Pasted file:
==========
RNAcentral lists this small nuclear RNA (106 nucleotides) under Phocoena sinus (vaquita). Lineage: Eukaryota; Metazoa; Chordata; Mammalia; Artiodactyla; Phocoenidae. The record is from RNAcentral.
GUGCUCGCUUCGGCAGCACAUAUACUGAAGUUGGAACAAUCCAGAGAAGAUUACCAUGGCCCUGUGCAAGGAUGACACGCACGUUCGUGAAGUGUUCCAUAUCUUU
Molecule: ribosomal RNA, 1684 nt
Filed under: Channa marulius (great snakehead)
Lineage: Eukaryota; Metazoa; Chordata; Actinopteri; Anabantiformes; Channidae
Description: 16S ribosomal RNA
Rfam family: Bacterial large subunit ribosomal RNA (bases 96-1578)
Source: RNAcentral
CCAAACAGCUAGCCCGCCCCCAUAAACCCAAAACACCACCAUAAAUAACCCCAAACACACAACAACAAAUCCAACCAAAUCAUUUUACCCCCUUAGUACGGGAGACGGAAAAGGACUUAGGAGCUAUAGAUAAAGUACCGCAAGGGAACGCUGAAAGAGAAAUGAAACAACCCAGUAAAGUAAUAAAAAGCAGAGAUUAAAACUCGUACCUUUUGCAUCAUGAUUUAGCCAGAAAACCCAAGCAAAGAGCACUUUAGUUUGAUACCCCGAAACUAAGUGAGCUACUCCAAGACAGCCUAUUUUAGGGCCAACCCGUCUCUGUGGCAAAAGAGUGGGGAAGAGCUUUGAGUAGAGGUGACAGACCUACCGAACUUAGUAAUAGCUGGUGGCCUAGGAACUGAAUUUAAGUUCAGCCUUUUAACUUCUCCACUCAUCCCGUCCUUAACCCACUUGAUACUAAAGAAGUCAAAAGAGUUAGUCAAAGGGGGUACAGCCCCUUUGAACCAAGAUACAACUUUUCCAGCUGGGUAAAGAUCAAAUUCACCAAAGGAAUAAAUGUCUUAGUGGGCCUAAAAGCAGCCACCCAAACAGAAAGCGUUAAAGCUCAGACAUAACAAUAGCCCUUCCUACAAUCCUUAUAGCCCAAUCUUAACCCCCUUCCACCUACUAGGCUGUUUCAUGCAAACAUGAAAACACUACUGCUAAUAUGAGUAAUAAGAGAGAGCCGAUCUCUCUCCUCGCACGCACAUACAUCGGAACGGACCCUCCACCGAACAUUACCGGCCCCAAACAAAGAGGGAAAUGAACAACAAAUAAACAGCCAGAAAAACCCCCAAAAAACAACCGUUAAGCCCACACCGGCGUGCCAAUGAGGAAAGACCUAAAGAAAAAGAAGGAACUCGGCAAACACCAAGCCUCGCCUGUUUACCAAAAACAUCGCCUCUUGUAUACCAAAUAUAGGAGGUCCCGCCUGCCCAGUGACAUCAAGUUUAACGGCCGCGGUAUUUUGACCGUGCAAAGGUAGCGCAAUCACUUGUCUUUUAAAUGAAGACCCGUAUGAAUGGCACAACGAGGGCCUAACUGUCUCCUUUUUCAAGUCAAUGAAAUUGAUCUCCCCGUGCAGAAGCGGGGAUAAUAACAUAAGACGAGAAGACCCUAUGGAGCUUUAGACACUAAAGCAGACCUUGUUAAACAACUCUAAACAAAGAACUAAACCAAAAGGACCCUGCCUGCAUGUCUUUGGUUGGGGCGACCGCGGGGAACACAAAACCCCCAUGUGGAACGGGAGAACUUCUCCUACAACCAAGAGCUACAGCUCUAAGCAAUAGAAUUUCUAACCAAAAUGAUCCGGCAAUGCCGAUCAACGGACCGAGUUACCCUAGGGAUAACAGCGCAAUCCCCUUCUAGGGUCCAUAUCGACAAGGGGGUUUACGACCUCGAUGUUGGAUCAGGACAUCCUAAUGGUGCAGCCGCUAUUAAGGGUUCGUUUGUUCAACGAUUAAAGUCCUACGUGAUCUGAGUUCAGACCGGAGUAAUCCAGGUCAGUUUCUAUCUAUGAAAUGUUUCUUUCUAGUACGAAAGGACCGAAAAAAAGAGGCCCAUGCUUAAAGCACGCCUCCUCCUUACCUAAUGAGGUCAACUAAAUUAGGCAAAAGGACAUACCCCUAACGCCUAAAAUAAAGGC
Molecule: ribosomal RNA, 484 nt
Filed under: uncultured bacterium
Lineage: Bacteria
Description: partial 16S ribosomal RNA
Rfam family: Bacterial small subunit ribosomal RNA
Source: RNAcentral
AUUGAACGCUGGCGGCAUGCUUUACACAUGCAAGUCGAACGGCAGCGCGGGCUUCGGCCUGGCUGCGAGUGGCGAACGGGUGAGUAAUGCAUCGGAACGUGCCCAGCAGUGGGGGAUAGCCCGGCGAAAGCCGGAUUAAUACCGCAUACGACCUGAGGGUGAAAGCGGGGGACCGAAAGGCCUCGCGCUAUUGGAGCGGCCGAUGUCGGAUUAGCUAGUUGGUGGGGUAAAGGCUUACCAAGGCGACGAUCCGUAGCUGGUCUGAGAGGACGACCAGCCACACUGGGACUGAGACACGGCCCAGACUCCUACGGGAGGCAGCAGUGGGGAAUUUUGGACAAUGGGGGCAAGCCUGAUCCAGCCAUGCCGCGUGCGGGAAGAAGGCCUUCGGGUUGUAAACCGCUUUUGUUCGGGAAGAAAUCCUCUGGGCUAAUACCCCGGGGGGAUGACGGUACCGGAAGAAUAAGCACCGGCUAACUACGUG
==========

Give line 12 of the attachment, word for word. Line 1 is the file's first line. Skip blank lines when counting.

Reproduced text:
Lineage: Bacteria